Fatima, DVM, minor in Sociology, Mines Action Canada, Lebanon: Landmines Resource Center at the Faculty of Health Sciences of the University of Balamand (LMRC), Program Support Officer
While our world hit pause in March and we all sat at home, others worldwide still had to worry about putting a meal on the table and finding a place to sleep at night. The pandemic for these people was not their top priority because they have seen harsh days and even harsher nights. The need for humanitarian support merely increased during these trying times.
I always hoped to be able to take part in an international internship to help make change in the world. Doing so virtually was never something I though was a possibility. Nonetheless, 2020 has proven to be a year where there is no norm but rather a year to adapt to constant change. Doing my international internship virtually was simply another time where adapting was necessary.
I was partnered through Mines Action Canada with the Landmines Resource Center at the Faculty of Health Sciences of the University of Balamand, an assignment I was beyond excited to receive as I have Lebanese roots. The group at Balamand does assistance and awareness work on the existing dangers of mines in the country. This work carries high importance in Lebanon as the toll on victims of mines continues to grow with mines, hand held grenades, and such remainders from the war, and, spills from neighbouring Syria, remain a large threat to people. The team has also adapted into making COVID-19 related materials to help raise awareness and minimize the spread.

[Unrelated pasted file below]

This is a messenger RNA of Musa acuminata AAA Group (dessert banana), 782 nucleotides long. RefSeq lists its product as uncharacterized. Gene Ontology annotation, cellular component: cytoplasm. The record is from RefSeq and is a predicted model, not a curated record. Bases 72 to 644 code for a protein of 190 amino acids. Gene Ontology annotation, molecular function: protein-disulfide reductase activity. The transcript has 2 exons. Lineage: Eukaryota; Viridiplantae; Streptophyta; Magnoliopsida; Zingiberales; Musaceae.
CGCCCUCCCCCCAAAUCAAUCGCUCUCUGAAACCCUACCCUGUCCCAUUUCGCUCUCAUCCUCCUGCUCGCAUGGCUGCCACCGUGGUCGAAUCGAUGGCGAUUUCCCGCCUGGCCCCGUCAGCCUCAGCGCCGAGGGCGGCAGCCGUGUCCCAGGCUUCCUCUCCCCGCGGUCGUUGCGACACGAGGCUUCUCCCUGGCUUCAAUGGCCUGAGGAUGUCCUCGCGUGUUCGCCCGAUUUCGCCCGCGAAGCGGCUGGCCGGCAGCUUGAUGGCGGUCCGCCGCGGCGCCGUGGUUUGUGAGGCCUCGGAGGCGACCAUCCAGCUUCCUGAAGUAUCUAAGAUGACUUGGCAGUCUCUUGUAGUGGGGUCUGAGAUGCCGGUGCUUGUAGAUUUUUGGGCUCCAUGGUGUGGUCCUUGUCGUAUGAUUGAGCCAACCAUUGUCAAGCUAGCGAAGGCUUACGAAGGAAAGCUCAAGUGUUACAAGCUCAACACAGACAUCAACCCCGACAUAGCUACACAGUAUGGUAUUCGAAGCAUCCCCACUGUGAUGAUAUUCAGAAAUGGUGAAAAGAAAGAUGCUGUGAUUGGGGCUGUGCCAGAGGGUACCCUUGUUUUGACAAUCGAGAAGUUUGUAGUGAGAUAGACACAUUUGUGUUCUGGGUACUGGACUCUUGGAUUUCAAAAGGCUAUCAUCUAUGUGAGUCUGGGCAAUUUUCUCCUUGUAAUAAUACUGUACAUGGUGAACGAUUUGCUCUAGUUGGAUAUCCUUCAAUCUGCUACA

Starting off the internship was especially challenging with the team having lost their offices in the Beirut port explosion that had occurred on August 4th. The ramifications the team faced hindered out ability to have constant and effective communication. This also pushed them to skip the formal training an intern would usually receive and immediately assign me with projects.
The big and continuous project I have been working on is the DCA MVA project that provide mine victims with resources to assist them with reaching a stage of being self-sufficient. Many services were provided ranging from scholarships, financial assistance, psychosocial support, and providing the means to open a small business such as chicken farming. With the country also suffering an economic crisis, there are many layers to continue exploring to help make this project a success.
Although working virtually on such large-scale project is not the ideal, one thing I have learned through this placement thus far is that you are never too far away to help and help comes in many forms. Looking forward to continue learning through this placement and I am glad the internship remained a possibility during these challenging times.